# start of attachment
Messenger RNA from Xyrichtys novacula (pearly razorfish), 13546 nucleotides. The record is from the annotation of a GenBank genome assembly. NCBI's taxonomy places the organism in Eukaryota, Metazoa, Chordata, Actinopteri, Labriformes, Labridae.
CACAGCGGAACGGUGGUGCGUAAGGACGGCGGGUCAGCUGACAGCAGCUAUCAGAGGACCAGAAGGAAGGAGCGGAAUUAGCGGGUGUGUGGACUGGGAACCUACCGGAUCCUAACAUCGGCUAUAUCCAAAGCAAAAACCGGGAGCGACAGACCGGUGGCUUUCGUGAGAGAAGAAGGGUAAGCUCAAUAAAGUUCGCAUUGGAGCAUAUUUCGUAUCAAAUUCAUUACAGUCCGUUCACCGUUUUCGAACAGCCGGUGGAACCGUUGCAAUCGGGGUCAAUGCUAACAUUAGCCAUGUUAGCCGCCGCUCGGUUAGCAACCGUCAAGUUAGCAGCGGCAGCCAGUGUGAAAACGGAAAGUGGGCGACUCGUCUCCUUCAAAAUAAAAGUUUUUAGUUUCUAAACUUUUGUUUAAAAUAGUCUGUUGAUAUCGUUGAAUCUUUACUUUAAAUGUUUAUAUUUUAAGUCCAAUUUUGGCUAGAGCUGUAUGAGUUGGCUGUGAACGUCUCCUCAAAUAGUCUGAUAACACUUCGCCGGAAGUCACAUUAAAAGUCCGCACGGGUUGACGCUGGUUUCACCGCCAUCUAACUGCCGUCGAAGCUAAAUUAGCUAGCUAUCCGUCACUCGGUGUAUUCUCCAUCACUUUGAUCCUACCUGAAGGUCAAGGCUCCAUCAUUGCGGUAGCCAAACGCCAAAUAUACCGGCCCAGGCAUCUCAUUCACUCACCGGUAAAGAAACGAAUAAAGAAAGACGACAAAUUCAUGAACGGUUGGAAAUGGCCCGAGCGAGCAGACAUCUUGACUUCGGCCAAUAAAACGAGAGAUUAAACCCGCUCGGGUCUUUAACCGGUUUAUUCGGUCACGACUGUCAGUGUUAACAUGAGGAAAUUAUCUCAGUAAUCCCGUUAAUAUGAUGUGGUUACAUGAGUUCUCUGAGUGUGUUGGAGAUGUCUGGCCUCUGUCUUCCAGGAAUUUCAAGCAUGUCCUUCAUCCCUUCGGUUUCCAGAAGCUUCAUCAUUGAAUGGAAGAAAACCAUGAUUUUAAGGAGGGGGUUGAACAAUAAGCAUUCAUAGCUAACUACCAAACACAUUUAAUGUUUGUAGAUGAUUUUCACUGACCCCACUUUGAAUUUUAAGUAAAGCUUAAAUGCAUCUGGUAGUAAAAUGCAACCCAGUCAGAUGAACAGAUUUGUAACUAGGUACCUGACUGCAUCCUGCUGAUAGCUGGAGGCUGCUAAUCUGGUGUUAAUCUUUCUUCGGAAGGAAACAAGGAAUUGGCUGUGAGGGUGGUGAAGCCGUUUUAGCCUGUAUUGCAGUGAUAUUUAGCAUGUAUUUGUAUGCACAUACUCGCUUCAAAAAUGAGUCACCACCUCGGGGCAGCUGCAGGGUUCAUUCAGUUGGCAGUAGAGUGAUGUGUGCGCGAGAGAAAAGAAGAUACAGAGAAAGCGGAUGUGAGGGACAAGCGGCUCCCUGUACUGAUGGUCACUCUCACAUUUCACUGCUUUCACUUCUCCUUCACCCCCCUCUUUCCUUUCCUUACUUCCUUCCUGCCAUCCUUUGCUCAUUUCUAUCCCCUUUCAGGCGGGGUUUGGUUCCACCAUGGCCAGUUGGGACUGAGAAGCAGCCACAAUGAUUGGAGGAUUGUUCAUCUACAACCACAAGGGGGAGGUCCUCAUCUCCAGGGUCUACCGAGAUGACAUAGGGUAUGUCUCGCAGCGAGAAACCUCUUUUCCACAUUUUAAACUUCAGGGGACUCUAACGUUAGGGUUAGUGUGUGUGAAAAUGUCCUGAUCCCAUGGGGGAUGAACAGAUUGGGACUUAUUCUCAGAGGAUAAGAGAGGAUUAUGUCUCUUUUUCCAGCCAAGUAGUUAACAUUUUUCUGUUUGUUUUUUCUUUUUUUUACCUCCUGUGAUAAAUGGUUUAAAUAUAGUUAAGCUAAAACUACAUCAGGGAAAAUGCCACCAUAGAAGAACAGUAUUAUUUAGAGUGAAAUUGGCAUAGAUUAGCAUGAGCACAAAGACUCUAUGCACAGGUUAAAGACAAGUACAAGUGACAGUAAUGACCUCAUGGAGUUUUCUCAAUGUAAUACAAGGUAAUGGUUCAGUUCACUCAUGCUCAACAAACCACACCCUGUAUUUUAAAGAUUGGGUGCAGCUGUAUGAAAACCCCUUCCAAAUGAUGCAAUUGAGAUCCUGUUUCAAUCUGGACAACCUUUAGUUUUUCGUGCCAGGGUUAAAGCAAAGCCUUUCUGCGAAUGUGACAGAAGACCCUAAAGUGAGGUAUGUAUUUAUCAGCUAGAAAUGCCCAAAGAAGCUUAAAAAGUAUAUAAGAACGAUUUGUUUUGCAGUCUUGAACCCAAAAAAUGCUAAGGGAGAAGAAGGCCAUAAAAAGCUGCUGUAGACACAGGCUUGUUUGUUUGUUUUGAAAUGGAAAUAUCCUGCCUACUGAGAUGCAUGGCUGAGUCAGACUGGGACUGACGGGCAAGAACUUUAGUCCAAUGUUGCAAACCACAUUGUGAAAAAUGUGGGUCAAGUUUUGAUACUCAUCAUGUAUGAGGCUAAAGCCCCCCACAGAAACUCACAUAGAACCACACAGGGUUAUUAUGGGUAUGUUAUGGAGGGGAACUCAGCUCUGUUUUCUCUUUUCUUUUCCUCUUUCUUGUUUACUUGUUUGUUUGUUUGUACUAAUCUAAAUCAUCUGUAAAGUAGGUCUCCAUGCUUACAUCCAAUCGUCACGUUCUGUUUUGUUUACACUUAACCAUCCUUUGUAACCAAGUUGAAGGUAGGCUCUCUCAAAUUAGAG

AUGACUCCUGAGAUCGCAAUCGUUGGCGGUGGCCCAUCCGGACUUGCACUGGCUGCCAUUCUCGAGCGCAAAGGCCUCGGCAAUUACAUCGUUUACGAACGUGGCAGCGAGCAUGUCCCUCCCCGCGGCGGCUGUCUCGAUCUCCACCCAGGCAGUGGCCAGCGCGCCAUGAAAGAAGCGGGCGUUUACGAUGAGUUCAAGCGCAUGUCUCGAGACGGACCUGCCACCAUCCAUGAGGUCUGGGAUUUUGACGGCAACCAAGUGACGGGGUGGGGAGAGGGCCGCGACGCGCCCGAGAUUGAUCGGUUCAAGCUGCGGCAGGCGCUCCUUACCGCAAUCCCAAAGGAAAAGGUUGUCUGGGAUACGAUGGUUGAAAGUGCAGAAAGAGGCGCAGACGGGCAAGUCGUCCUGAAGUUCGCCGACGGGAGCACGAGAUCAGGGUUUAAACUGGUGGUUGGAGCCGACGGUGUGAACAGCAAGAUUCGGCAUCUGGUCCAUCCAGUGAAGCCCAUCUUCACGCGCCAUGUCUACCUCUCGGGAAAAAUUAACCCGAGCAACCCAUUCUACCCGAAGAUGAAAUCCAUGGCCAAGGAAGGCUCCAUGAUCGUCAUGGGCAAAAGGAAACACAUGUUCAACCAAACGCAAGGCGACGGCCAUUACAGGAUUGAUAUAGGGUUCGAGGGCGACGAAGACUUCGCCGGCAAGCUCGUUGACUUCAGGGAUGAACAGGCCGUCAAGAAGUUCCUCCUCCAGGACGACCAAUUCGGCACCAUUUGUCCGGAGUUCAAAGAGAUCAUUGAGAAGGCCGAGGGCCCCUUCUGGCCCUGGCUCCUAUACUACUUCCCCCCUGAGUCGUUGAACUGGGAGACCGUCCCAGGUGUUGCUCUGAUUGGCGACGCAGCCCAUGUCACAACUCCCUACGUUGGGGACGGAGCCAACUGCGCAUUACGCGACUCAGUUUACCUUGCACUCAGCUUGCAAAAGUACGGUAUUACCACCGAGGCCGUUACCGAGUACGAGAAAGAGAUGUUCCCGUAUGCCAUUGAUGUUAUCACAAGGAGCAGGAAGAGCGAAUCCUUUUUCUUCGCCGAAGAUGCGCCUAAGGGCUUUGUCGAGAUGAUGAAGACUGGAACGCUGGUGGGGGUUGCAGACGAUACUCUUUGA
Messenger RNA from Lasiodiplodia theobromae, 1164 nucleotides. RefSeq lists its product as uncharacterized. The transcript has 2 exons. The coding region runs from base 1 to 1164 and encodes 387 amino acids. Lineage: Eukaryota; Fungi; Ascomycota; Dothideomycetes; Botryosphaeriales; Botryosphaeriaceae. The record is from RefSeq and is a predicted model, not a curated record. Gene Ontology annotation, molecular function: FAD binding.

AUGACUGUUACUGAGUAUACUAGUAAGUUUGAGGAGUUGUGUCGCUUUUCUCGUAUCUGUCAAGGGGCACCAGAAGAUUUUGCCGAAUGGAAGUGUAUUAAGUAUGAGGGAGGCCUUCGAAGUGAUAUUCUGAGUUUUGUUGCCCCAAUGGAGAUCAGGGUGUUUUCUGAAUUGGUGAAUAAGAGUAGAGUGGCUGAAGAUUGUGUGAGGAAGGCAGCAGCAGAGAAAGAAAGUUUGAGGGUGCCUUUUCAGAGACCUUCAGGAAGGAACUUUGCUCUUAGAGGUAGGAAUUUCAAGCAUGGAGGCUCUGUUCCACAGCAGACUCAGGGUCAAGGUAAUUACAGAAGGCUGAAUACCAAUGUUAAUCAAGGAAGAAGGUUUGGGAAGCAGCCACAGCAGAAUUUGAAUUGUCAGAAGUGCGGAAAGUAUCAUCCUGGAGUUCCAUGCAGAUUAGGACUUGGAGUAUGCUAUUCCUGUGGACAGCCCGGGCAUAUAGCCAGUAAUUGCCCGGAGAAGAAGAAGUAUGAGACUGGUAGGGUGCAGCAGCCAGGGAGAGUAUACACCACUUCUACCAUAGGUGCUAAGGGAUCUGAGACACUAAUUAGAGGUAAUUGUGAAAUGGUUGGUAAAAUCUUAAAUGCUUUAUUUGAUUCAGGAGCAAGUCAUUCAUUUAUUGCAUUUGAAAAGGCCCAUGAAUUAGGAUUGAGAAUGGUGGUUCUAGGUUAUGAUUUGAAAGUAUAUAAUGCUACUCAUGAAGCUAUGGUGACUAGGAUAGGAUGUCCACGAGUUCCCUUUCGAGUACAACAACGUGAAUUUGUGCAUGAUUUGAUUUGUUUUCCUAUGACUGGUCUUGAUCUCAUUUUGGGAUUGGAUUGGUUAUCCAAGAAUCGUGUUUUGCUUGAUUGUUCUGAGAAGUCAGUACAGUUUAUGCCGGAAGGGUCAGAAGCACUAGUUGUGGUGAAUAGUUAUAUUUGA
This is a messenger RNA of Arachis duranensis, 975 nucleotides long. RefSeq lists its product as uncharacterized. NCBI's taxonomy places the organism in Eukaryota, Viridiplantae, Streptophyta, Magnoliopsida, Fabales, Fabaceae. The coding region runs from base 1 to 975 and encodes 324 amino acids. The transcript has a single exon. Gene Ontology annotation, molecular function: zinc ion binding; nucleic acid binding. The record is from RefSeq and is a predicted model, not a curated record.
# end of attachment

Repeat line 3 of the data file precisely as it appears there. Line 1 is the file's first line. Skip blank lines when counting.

AUGACUCCUGAGAUCGCAAUCGUUGGCGGUGGCCCAUCCGGACUUGCACUGGCUGCCAUUCUCGAGCGCAAAGGCCUCGGCAAUUACAUCGUUUACGAACGUGGCAGCGAGCAUGUCCCUCCCCGCGGCGGCUGUCUCGAUCUCCACCCAGGCAGUGGCCAGCGCGCCAUGAAAGAAGCGGGCGUUUACGAUGAGUUCAAGCGCAUGUCUCGAGACGGACCUGCCACCAUCCAUGAGGUCUGGGAUUUUGACGGCAACCAAGUGACGGGGUGGGGAGAGGGCCGCGACGCGCCCGAGAUUGAUCGGUUCAAGCUGCGGCAGGCGCUCCUUACCGCAAUCCCAAAGGAAAAGGUUGUCUGGGAUACGAUGGUUGAAAGUGCAGAAAGAGGCGCAGACGGGCAAGUCGUCCUGAAGUUCGCCGACGGGAGCACGAGAUCAGGGUUUAAACUGGUGGUUGGAGCCGACGGUGUGAACAGCAAGAUUCGGCAUCUGGUCCAUCCAGUGAAGCCCAUCUUCACGCGCCAUGUCUACCUCUCGGGAAAAAUUAACCCGAGCAACCCAUUCUACCCGAAGAUGAAAUCCAUGGCCAAGGAAGGCUCCAUGAUCGUCAUGGGCAAAAGGAAACACAUGUUCAACCAAACGCAAGGCGACGGCCAUUACAGGAUUGAUAUAGGGUUCGAGGGCGACGAAGACUUCGCCGGCAAGCUCGUUGACUUCAGGGAUGAACAGGCCGUCAAGAAGUUCCUCCUCCAGGACGACCAAUUCGGCACCAUUUGUCCGGAGUUCAAAGAGAUCAUUGAGAAGGCCGAGGGCCCCUUCUGGCCCUGGCUCCUAUACUACUUCCCCCCUGAGUCGUUGAACUGGGAGACCGUCCCAGGUGUUGCUCUGAUUGGCGACGCAGCCCAUGUCACAACUCCCUACGUUGGGGACGGAGCCAACUGCGCAUUACGCGACUCAGUUUACCUUGCACUCAGCUUGCAAAAGUACGGUAUUACCACCGAGGCCGUUACCGAGUACGAGAAAGAGAUGUUCCCGUAUGCCAUUGAUGUUAUCACAAGGAGCAGGAAGAGCGAAUCCUUUUUCUUCGCCGAAGAUGCGCCUAAGGGCUUUGUCGAGAUGAUGAAGACUGGAACGCUGGUGGGGGUUGCAGACGAUACUCUUUGA